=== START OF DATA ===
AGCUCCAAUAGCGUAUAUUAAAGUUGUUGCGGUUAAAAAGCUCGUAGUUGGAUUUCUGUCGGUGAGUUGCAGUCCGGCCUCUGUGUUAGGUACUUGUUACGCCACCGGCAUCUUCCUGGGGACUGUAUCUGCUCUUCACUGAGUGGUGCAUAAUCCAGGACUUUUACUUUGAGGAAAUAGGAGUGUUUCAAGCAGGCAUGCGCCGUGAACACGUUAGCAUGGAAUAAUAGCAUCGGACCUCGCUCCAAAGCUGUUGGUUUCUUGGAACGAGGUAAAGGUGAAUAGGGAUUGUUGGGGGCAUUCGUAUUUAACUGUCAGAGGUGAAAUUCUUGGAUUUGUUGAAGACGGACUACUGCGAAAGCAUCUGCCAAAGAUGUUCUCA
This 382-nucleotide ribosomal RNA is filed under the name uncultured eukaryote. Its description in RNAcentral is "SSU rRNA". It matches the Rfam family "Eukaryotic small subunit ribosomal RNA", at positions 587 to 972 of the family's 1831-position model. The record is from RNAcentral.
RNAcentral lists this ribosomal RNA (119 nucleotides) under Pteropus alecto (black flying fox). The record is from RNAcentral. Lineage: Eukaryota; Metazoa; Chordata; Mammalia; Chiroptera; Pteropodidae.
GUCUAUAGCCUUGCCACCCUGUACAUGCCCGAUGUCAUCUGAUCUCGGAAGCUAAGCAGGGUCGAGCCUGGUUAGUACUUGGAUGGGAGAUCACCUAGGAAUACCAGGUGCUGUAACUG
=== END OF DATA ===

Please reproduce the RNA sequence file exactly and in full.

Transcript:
AGCUCCAAUAGCGUAUAUUAAAGUUGUUGCGGUUAAAAAGCUCGUAGUUGGAUUUCUGUCGGUGAGUUGCAGUCCGGCCUCUGUGUUAGGUACUUGUUACGCCACCGGCAUCUUCCUGGGGACUGUAUCUGCUCUUCACUGAGUGGUGCAUAAUCCAGGACUUUUACUUUGAGGAAAUAGGAGUGUUUCAAGCAGGCAUGCGCCGUGAACACGUUAGCAUGGAAUAAUAGCAUCGGACCUCGCUCCAAAGCUGUUGGUUUCUUGGAACGAGGUAAAGGUGAAUAGGGAUUGUUGGGGGCAUUCGUAUUUAACUGUCAGAGGUGAAAUUCUUGGAUUUGUUGAAGACGGACUACUGCGAAAGCAUCUGCCAAAGAUGUUCUCA
This 382-nucleotide ribosomal RNA is filed under the name uncultured eukaryote. Its description in RNAcentral is "SSU rRNA". It matches the Rfam family "Eukaryotic small subunit ribosomal RNA", at positions 587 to 972 of the family's 1831-position model. The record is from RNAcentral.
RNAcentral lists this ribosomal RNA (119 nucleotides) under Pteropus alecto (black flying fox). The record is from RNAcentral. Lineage: Eukaryota; Metazoa; Chordata; Mammalia; Chiroptera; Pteropodidae.
GUCUAUAGCCUUGCCACCCUGUACAUGCCCGAUGUCAUCUGAUCUCGGAAGCUAAGCAGGGUCGAGCCUGGUUAGUACUUGGAUGGGAGAUCACCUAGGAAUACCAGGUGCUGUAACUG